New law will phase out harmful practice that affects juvenile fish, particularly in Southern Oregon.
Governor Kate Brown signed the Suction Dredge Reform bill (SB 3-A) in a ceremony Thursday at the state capital in Salem. Representatives from Oregon’s fishing and conservation communities joined Sen. Michael Dembrow (D-Portland), Rep. Pam Marsh (D-Ashland), Rep. Chris Gorsek (D-Troutdale) and Rep. Karin Power (D-Milwaukie), as well as Laurie Bates, wife of the late Sen. Alan Bates, who started the campaign for suction dredge reform several sessions ago.
The bill marks a major achievement for Oregon in protecting essential salmon habitat from harmful suction dredge mining. The bipartisan, common sense law is the result of a multi-year effort that brought together diverse perspectives.
Lawmakers from both sides of the aisle have hailed the passage of suction dredge reform.
“This bill is a good example of how we can work together, find balance and ensure that we are good stewards of our natural resources,” said Rep. Ken Helm (D-Beaverton). “This does not end the practice of dredge mining, it just makes sure that it is happening in a way that does not disproportionately impact our streams and rivers.”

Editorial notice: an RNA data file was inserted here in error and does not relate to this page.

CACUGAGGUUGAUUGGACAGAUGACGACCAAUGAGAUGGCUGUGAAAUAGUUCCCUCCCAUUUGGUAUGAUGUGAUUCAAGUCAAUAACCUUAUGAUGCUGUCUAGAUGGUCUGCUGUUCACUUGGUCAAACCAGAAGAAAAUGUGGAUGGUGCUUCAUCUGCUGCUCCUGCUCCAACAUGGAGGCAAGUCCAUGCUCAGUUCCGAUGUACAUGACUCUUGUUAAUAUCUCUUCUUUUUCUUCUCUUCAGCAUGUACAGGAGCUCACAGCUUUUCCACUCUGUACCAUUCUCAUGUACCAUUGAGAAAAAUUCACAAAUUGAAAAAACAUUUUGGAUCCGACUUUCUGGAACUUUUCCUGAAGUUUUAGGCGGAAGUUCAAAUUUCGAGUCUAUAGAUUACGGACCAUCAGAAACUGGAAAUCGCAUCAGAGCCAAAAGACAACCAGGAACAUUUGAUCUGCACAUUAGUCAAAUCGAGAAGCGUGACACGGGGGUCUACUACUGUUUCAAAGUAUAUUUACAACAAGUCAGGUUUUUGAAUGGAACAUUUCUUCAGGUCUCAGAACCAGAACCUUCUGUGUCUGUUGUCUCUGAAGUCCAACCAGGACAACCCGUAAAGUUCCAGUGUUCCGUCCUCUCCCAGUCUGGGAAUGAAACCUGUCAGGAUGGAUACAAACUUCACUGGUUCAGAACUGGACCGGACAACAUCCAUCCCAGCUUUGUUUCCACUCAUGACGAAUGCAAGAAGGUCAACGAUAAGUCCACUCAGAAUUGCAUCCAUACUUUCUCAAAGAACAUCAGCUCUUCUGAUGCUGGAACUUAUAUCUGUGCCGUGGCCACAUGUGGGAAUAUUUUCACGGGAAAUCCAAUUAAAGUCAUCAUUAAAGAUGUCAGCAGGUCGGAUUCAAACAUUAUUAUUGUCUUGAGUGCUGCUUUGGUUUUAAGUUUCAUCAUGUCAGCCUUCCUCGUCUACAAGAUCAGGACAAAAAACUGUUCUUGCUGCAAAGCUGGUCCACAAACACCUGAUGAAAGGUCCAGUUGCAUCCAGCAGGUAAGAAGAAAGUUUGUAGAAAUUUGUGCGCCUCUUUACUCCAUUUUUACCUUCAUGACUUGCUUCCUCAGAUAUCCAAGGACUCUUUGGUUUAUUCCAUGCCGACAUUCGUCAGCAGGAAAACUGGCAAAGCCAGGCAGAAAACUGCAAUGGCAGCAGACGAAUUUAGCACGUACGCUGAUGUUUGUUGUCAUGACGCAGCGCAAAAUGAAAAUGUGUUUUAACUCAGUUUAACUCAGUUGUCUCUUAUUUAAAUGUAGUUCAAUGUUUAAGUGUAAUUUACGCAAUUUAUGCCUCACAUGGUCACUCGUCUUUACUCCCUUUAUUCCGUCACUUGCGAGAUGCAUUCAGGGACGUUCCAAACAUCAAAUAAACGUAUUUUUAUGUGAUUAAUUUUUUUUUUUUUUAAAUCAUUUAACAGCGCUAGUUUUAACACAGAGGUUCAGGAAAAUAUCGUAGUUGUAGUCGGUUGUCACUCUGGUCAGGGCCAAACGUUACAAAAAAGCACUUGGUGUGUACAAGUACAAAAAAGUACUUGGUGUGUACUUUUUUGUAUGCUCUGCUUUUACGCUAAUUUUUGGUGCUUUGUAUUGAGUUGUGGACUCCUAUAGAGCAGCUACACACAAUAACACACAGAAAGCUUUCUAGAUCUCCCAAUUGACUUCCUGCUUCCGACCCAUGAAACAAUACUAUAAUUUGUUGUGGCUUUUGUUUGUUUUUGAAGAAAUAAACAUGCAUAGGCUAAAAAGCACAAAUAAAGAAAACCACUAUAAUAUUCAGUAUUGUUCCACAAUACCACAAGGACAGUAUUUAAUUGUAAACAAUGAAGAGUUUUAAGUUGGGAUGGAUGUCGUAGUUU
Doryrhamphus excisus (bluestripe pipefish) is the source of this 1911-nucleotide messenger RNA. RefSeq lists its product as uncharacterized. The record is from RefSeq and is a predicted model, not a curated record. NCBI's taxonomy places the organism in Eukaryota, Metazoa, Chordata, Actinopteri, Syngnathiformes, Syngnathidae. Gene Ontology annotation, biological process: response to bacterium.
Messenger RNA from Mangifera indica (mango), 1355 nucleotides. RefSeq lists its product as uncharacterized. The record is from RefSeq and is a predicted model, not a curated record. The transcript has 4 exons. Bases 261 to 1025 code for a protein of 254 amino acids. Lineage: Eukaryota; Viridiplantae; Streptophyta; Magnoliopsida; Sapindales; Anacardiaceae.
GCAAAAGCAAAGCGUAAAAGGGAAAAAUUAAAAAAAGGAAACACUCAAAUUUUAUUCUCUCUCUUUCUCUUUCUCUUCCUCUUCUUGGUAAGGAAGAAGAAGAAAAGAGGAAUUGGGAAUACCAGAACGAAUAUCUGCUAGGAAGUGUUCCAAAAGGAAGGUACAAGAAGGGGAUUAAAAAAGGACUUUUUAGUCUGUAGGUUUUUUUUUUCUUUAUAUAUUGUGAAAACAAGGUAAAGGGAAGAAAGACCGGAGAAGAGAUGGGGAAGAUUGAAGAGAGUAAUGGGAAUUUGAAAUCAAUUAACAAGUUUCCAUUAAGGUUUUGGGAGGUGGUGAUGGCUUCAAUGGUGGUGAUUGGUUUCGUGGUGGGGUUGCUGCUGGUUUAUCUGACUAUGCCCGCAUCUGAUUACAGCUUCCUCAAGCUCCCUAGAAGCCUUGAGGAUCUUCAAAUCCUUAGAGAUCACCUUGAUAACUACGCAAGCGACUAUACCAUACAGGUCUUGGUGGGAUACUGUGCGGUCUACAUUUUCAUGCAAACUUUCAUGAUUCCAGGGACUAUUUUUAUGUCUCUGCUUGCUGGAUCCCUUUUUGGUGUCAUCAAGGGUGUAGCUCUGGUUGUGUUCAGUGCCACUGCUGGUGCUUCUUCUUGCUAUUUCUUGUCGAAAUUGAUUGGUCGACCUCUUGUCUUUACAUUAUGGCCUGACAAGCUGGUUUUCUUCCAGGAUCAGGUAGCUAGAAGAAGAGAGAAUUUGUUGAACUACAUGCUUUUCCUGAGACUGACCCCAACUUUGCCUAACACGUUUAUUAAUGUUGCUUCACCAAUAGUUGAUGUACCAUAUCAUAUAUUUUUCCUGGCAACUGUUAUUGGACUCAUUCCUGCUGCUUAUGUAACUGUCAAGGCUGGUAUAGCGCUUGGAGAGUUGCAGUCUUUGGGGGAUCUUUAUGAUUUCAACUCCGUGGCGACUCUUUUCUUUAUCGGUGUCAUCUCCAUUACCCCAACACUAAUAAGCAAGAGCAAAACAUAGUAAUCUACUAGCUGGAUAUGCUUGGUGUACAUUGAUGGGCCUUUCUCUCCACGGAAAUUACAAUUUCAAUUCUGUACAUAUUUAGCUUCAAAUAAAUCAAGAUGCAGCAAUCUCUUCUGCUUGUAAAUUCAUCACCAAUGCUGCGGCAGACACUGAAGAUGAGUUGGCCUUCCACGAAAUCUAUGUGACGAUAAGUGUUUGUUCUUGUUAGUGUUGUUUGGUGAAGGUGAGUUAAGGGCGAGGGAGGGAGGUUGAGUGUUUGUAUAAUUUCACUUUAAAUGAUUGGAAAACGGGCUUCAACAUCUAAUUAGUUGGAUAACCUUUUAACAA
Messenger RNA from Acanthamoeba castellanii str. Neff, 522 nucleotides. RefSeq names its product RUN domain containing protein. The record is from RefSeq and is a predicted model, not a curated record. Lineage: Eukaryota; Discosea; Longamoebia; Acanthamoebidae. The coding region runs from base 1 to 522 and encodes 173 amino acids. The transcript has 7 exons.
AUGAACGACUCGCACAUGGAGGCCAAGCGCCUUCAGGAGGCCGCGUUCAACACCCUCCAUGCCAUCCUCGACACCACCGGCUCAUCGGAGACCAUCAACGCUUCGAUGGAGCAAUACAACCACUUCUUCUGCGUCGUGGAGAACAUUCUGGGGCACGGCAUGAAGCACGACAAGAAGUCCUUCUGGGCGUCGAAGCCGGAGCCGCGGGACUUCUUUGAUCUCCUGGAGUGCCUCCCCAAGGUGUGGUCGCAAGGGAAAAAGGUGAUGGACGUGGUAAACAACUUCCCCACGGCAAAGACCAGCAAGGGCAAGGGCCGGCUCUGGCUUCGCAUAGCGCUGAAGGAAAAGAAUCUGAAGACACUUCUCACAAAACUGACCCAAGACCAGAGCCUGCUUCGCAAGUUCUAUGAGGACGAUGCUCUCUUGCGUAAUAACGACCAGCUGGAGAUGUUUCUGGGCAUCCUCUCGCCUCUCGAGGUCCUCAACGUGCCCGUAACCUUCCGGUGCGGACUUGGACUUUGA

The ills of suction dredging are numerous. Suction dredge mining can trap and kill young fish, smother spawning gravel with fine sediments, and even stir up legacy mercury from historic mining operations. Our Director of Science, Matt Sloat, summed it up this way: “The scientific literature demonstrates a broad array of negative effects of suction dredge gold mining. It clearly works against efforts to recover salmon runs.”
This legislation does not just protect wild fish habitat. Clean rivers that support healthy fish and vibrant recreation are also critical to state and local economies. In 2008, the Oregon Department of Fish and Wildlife found that people spent $2.5 billion on fish and wildlife recreation in the state. The commercial fishing industry also relies on healthy rivers and salmon.
Outside of essential salmon and lamprey habitat, suction dredge mining will be allowed under a Department of Environmental Quality permit that regulates when and how suction dredges can be operated in streams.
We could not have done this without a broad base of support from Oregonians across the state, including partner organizations Rogue Riverkeeper, Oregon Council of Trout Unlimited, Oregon League of Conservation Voters, Pacific Coast Federation of Fishermen’s Associations, Native Fish Society, Cascadia Wildlands, WaterWatch of Oregon, Oregon Chapter, Sierra Club, Association of Northwest Steelheaders, Rogue Flyfishers, and Western Environmental Law Center.